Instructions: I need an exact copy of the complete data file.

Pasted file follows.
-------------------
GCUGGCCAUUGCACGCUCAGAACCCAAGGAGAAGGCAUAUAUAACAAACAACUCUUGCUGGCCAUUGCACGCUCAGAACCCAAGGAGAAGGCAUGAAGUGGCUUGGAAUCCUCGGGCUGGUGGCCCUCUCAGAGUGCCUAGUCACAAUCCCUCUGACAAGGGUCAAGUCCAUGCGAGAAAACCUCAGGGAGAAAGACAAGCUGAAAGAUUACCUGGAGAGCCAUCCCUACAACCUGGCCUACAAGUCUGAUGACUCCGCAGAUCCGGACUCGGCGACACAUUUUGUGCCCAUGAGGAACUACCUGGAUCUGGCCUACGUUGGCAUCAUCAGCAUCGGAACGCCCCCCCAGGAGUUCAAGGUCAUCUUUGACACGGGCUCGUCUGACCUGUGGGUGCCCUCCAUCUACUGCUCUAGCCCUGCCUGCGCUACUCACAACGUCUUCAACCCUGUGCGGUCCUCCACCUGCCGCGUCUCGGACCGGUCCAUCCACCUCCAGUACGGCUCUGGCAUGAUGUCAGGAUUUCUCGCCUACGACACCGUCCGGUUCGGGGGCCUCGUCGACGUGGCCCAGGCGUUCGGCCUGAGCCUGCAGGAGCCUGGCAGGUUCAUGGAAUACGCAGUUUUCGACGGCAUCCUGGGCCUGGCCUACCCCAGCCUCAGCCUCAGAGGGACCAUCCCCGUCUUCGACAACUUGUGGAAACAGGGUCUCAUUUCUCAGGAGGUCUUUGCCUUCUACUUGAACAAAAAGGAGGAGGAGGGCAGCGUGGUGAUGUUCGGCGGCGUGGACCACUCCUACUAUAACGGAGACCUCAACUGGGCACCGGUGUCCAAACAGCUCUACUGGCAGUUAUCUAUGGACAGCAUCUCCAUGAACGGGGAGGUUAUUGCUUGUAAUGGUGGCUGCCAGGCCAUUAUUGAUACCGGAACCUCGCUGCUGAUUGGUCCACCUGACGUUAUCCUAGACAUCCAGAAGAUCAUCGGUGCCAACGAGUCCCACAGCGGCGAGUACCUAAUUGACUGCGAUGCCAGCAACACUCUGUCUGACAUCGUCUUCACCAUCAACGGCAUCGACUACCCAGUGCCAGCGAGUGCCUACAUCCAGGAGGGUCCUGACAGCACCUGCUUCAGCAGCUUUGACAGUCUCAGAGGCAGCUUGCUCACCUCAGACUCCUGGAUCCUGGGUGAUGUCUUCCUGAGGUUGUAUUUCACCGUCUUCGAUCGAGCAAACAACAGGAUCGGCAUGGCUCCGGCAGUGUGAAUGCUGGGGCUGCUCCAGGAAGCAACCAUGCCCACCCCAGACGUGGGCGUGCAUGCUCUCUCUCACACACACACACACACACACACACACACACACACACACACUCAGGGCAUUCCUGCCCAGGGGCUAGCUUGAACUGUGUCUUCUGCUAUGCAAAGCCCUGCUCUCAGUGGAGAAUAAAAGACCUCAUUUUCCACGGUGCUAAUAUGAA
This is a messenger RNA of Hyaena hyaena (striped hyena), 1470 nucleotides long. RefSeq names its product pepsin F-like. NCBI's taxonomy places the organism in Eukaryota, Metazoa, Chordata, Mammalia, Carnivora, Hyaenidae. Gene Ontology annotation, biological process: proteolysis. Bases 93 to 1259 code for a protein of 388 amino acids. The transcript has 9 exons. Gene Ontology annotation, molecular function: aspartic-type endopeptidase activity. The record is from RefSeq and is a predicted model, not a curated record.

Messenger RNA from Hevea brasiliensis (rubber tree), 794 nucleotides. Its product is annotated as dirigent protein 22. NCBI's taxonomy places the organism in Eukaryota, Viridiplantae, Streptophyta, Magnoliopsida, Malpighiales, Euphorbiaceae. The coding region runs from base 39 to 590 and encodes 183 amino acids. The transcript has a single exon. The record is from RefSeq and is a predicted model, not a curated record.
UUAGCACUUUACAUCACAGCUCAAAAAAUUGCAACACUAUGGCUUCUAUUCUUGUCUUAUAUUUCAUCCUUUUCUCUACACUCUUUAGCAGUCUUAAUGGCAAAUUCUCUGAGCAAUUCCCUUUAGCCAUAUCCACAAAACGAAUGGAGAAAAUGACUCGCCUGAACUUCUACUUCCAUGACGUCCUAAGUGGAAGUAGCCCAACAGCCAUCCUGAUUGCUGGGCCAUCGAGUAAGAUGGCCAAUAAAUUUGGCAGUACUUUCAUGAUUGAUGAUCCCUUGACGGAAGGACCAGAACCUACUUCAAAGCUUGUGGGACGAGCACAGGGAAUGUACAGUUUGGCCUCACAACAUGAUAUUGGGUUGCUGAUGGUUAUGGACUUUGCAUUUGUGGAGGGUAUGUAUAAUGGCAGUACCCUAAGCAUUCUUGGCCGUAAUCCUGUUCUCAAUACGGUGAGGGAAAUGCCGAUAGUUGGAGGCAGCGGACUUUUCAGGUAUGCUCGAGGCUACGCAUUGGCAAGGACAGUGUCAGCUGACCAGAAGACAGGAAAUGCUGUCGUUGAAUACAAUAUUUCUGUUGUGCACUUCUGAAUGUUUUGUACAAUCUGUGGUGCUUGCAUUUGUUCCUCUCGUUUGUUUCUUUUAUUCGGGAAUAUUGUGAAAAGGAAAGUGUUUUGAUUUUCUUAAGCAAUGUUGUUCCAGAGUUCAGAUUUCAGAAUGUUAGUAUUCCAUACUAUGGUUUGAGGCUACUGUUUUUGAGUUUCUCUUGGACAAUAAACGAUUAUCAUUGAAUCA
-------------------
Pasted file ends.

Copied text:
GCUGGCCAUUGCACGCUCAGAACCCAAGGAGAAGGCAUAUAUAACAAACAACUCUUGCUGGCCAUUGCACGCUCAGAACCCAAGGAGAAGGCAUGAAGUGGCUUGGAAUCCUCGGGCUGGUGGCCCUCUCAGAGUGCCUAGUCACAAUCCCUCUGACAAGGGUCAAGUCCAUGCGAGAAAACCUCAGGGAGAAAGACAAGCUGAAAGAUUACCUGGAGAGCCAUCCCUACAACCUGGCCUACAAGUCUGAUGACUCCGCAGAUCCGGACUCGGCGACACAUUUUGUGCCCAUGAGGAACUACCUGGAUCUGGCCUACGUUGGCAUCAUCAGCAUCGGAACGCCCCCCCAGGAGUUCAAGGUCAUCUUUGACACGGGCUCGUCUGACCUGUGGGUGCCCUCCAUCUACUGCUCUAGCCCUGCCUGCGCUACUCACAACGUCUUCAACCCUGUGCGGUCCUCCACCUGCCGCGUCUCGGACCGGUCCAUCCACCUCCAGUACGGCUCUGGCAUGAUGUCAGGAUUUCUCGCCUACGACACCGUCCGGUUCGGGGGCCUCGUCGACGUGGCCCAGGCGUUCGGCCUGAGCCUGCAGGAGCCUGGCAGGUUCAUGGAAUACGCAGUUUUCGACGGCAUCCUGGGCCUGGCCUACCCCAGCCUCAGCCUCAGAGGGACCAUCCCCGUCUUCGACAACUUGUGGAAACAGGGUCUCAUUUCUCAGGAGGUCUUUGCCUUCUACUUGAACAAAAAGGAGGAGGAGGGCAGCGUGGUGAUGUUCGGCGGCGUGGACCACUCCUACUAUAACGGAGACCUCAACUGGGCACCGGUGUCCAAACAGCUCUACUGGCAGUUAUCUAUGGACAGCAUCUCCAUGAACGGGGAGGUUAUUGCUUGUAAUGGUGGCUGCCAGGCCAUUAUUGAUACCGGAACCUCGCUGCUGAUUGGUCCACCUGACGUUAUCCUAGACAUCCAGAAGAUCAUCGGUGCCAACGAGUCCCACAGCGGCGAGUACCUAAUUGACUGCGAUGCCAGCAACACUCUGUCUGACAUCGUCUUCACCAUCAACGGCAUCGACUACCCAGUGCCAGCGAGUGCCUACAUCCAGGAGGGUCCUGACAGCACCUGCUUCAGCAGCUUUGACAGUCUCAGAGGCAGCUUGCUCACCUCAGACUCCUGGAUCCUGGGUGAUGUCUUCCUGAGGUUGUAUUUCACCGUCUUCGAUCGAGCAAACAACAGGAUCGGCAUGGCUCCGGCAGUGUGAAUGCUGGGGCUGCUCCAGGAAGCAACCAUGCCCACCCCAGACGUGGGCGUGCAUGCUCUCUCUCACACACACACACACACACACACACACACACACACACACACUCAGGGCAUUCCUGCCCAGGGGCUAGCUUGAACUGUGUCUUCUGCUAUGCAAAGCCCUGCUCUCAGUGGAGAAUAAAAGACCUCAUUUUCCACGGUGCUAAUAUGAA
This is a messenger RNA of Hyaena hyaena (striped hyena), 1470 nucleotides long. RefSeq names its product pepsin F-like. NCBI's taxonomy places the organism in Eukaryota, Metazoa, Chordata, Mammalia, Carnivora, Hyaenidae. Gene Ontology annotation, biological process: proteolysis. Bases 93 to 1259 code for a protein of 388 amino acids. The transcript has 9 exons. Gene Ontology annotation, molecular function: aspartic-type endopeptidase activity. The record is from RefSeq and is a predicted model, not a curated record.

Messenger RNA from Hevea brasiliensis (rubber tree), 794 nucleotides. Its product is annotated as dirigent protein 22. NCBI's taxonomy places the organism in Eukaryota, Viridiplantae, Streptophyta, Magnoliopsida, Malpighiales, Euphorbiaceae. The coding region runs from base 39 to 590 and encodes 183 amino acids. The transcript has a single exon. The record is from RefSeq and is a predicted model, not a curated record.
UUAGCACUUUACAUCACAGCUCAAAAAAUUGCAACACUAUGGCUUCUAUUCUUGUCUUAUAUUUCAUCCUUUUCUCUACACUCUUUAGCAGUCUUAAUGGCAAAUUCUCUGAGCAAUUCCCUUUAGCCAUAUCCACAAAACGAAUGGAGAAAAUGACUCGCCUGAACUUCUACUUCCAUGACGUCCUAAGUGGAAGUAGCCCAACAGCCAUCCUGAUUGCUGGGCCAUCGAGUAAGAUGGCCAAUAAAUUUGGCAGUACUUUCAUGAUUGAUGAUCCCUUGACGGAAGGACCAGAACCUACUUCAAAGCUUGUGGGACGAGCACAGGGAAUGUACAGUUUGGCCUCACAACAUGAUAUUGGGUUGCUGAUGGUUAUGGACUUUGCAUUUGUGGAGGGUAUGUAUAAUGGCAGUACCCUAAGCAUUCUUGGCCGUAAUCCUGUUCUCAAUACGGUGAGGGAAAUGCCGAUAGUUGGAGGCAGCGGACUUUUCAGGUAUGCUCGAGGCUACGCAUUGGCAAGGACAGUGUCAGCUGACCAGAAGACAGGAAAUGCUGUCGUUGAAUACAAUAUUUCUGUUGUGCACUUCUGAAUGUUUUGUACAAUCUGUGGUGCUUGCAUUUGUUCCUCUCGUUUGUUUCUUUUAUUCGGGAAUAUUGUGAAAAGGAAAGUGUUUUGAUUUUCUUAAGCAAUGUUGUUCCAGAGUUCAGAUUUCAGAAUGUUAGUAUUCCAUACUAUGGUUUGAGGCUACUGUUUUUGAGUUUCUCUUGGACAAUAAACGAUUAUCAUUGAAUCA